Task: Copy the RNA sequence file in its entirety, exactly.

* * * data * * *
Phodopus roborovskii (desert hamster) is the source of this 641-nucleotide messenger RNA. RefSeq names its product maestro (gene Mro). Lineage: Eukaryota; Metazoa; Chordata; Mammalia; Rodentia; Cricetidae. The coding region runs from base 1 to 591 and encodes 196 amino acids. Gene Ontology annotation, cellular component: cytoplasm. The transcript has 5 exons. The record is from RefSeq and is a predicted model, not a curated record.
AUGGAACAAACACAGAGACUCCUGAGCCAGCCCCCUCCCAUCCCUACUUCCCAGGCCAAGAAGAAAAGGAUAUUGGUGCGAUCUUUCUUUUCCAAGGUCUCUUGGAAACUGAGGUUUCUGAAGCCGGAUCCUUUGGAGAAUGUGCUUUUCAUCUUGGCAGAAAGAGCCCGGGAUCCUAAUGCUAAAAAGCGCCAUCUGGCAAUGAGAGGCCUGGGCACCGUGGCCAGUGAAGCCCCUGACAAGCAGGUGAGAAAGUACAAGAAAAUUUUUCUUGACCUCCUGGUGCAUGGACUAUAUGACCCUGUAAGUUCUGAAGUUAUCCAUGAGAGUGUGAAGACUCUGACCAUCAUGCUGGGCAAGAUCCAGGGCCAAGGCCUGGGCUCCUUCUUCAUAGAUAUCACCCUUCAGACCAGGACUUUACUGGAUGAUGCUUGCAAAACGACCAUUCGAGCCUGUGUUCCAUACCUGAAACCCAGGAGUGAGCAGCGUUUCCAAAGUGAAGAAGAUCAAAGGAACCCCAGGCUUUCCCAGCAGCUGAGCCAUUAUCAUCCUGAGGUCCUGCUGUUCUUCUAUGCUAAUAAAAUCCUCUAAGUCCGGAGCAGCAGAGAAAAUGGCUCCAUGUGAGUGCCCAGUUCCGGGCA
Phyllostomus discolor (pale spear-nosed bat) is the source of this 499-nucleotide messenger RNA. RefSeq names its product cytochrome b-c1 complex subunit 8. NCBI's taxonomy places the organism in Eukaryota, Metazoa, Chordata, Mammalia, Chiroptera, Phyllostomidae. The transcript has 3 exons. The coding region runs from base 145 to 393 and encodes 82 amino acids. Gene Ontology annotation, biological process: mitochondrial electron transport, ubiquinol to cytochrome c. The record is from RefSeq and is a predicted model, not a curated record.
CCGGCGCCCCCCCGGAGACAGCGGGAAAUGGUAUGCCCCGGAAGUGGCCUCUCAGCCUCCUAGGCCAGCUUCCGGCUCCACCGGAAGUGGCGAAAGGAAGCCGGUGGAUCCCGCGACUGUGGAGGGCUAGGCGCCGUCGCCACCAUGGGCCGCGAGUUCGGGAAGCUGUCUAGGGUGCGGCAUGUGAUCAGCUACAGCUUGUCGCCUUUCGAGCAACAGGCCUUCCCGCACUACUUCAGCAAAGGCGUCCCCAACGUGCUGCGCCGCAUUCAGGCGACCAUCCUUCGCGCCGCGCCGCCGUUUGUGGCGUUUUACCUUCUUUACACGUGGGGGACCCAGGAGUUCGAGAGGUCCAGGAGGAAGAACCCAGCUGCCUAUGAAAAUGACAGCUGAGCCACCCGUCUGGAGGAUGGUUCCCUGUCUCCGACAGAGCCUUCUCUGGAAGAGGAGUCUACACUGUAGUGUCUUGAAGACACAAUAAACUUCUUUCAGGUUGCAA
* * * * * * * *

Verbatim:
Phodopus roborovskii (desert hamster) is the source of this 641-nucleotide messenger RNA. RefSeq names its product maestro (gene Mro). Lineage: Eukaryota; Metazoa; Chordata; Mammalia; Rodentia; Cricetidae. The coding region runs from base 1 to 591 and encodes 196 amino acids. Gene Ontology annotation, cellular component: cytoplasm. The transcript has 5 exons. The record is from RefSeq and is a predicted model, not a curated record.
AUGGAACAAACACAGAGACUCCUGAGCCAGCCCCCUCCCAUCCCUACUUCCCAGGCCAAGAAGAAAAGGAUAUUGGUGCGAUCUUUCUUUUCCAAGGUCUCUUGGAAACUGAGGUUUCUGAAGCCGGAUCCUUUGGAGAAUGUGCUUUUCAUCUUGGCAGAAAGAGCCCGGGAUCCUAAUGCUAAAAAGCGCCAUCUGGCAAUGAGAGGCCUGGGCACCGUGGCCAGUGAAGCCCCUGACAAGCAGGUGAGAAAGUACAAGAAAAUUUUUCUUGACCUCCUGGUGCAUGGACUAUAUGACCCUGUAAGUUCUGAAGUUAUCCAUGAGAGUGUGAAGACUCUGACCAUCAUGCUGGGCAAGAUCCAGGGCCAAGGCCUGGGCUCCUUCUUCAUAGAUAUCACCCUUCAGACCAGGACUUUACUGGAUGAUGCUUGCAAAACGACCAUUCGAGCCUGUGUUCCAUACCUGAAACCCAGGAGUGAGCAGCGUUUCCAAAGUGAAGAAGAUCAAAGGAACCCCAGGCUUUCCCAGCAGCUGAGCCAUUAUCAUCCUGAGGUCCUGCUGUUCUUCUAUGCUAAUAAAAUCCUCUAAGUCCGGAGCAGCAGAGAAAAUGGCUCCAUGUGAGUGCCCAGUUCCGGGCA
Phyllostomus discolor (pale spear-nosed bat) is the source of this 499-nucleotide messenger RNA. RefSeq names its product cytochrome b-c1 complex subunit 8. NCBI's taxonomy places the organism in Eukaryota, Metazoa, Chordata, Mammalia, Chiroptera, Phyllostomidae. The transcript has 3 exons. The coding region runs from base 145 to 393 and encodes 82 amino acids. Gene Ontology annotation, biological process: mitochondrial electron transport, ubiquinol to cytochrome c. The record is from RefSeq and is a predicted model, not a curated record.
CCGGCGCCCCCCCGGAGACAGCGGGAAAUGGUAUGCCCCGGAAGUGGCCUCUCAGCCUCCUAGGCCAGCUUCCGGCUCCACCGGAAGUGGCGAAAGGAAGCCGGUGGAUCCCGCGACUGUGGAGGGCUAGGCGCCGUCGCCACCAUGGGCCGCGAGUUCGGGAAGCUGUCUAGGGUGCGGCAUGUGAUCAGCUACAGCUUGUCGCCUUUCGAGCAACAGGCCUUCCCGCACUACUUCAGCAAAGGCGUCCCCAACGUGCUGCGCCGCAUUCAGGCGACCAUCCUUCGCGCCGCGCCGCCGUUUGUGGCGUUUUACCUUCUUUACACGUGGGGGACCCAGGAGUUCGAGAGGUCCAGGAGGAAGAACCCAGCUGCCUAUGAAAAUGACAGCUGAGCCACCCGUCUGGAGGAUGGUUCCCUGUCUCCGACAGAGCCUUCUCUGGAAGAGGAGUCUACACUGUAGUGUCUUGAAGACACAAUAAACUUCUUUCAGGUUGCAA